Articulation, Materials, Therapy Ideas

Moving from Sounds in Isolation to Syllables!

Recently, I felt like I had an influx of students who were finally stimulable on some new sounds! Yay! Except… I suddenly had an incredibly difficult time getting them to produce these sounds when combined with a vowel in syllables. Here’s my tips and tricks for moving from making sounds in isolation to working on the syllable level! My Visual Syllable Web product is shown throughout this blog post. Click here to check the product out in my TpT store!

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Try the tips below for students stuck at the isolation level! I tend to have the most difficulty moving to syllables with students who demonstrate the phonological process of stopping! Getting these students to produce sounds like /f/ can be incredibly tricky and frustrating!

Step One: Produce the sound in isolation 20-30 times with no errors.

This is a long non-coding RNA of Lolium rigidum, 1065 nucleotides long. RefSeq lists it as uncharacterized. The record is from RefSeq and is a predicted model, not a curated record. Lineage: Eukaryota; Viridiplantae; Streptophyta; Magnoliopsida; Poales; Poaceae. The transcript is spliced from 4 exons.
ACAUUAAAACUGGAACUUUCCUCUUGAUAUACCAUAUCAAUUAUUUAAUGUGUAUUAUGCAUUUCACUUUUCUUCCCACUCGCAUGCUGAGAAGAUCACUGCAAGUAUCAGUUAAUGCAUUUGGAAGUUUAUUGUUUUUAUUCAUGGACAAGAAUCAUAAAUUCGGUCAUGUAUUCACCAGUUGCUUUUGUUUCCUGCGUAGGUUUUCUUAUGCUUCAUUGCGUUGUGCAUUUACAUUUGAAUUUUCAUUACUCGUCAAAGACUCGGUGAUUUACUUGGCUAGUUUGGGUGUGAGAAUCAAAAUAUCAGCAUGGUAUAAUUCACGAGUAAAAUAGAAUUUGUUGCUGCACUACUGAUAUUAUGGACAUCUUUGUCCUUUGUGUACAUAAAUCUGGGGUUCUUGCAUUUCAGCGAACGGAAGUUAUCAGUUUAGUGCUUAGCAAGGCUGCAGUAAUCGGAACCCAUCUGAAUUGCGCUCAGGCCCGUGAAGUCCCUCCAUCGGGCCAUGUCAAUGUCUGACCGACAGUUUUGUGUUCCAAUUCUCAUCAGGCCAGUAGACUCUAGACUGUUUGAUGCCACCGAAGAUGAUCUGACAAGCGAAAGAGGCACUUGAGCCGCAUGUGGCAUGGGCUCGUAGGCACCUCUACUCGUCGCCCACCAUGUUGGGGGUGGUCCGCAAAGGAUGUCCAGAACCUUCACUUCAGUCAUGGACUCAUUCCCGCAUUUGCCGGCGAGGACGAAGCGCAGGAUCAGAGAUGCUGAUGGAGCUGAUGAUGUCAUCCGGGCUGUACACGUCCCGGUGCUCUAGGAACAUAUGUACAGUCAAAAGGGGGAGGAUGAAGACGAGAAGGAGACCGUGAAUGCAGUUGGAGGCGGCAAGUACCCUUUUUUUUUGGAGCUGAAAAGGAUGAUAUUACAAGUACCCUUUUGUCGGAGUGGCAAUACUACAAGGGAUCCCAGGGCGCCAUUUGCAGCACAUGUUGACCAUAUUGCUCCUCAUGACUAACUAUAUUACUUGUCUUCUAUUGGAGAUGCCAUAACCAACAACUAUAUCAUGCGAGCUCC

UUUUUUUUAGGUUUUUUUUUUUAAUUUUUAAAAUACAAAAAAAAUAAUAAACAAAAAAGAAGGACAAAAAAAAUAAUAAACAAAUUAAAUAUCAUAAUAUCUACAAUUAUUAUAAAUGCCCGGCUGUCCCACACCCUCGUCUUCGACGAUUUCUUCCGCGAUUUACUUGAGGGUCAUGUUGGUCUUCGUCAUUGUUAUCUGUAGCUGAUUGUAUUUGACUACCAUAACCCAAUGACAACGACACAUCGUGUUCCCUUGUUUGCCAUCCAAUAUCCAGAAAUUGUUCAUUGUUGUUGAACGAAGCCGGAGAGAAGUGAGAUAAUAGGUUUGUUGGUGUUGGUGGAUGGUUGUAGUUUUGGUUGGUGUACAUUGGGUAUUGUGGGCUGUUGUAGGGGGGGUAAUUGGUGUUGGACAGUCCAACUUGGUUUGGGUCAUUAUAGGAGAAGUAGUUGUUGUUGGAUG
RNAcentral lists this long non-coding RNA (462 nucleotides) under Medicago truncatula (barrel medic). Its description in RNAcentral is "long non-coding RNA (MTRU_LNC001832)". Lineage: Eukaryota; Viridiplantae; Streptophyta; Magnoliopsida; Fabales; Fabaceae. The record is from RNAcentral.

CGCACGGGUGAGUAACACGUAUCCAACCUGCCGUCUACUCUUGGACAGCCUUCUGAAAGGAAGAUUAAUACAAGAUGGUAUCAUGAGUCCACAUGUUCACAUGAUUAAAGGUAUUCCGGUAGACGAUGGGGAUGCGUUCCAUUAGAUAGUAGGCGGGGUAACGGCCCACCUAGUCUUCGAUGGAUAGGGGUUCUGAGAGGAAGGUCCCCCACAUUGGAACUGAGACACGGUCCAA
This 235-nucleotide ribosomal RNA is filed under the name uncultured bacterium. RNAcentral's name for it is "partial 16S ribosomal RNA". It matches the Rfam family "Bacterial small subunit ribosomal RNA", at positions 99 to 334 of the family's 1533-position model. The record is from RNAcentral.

First things first. I do not begin to target syllables until the child can say the sound in isolation 20-30 times in a row with minimal cues and no errors. Can they do this? Good. Time for some syllable work!

Step Two: Produce the sound with the vowel “ah”, segmented apart significantly.

“Ah” is always the first vowel I teach because it’s a short vowel and a simple, early developing vowel! This leads to increased early success and less frustration! To begin CV words, I touch the inner circle (e.g., /d/), lift up my hand, and touch the vowel circle (e.g., “ah”), making sure to put a significant gap between the two sounds.

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Step Three: Produce the sound with other vowels, segmented apart significantly.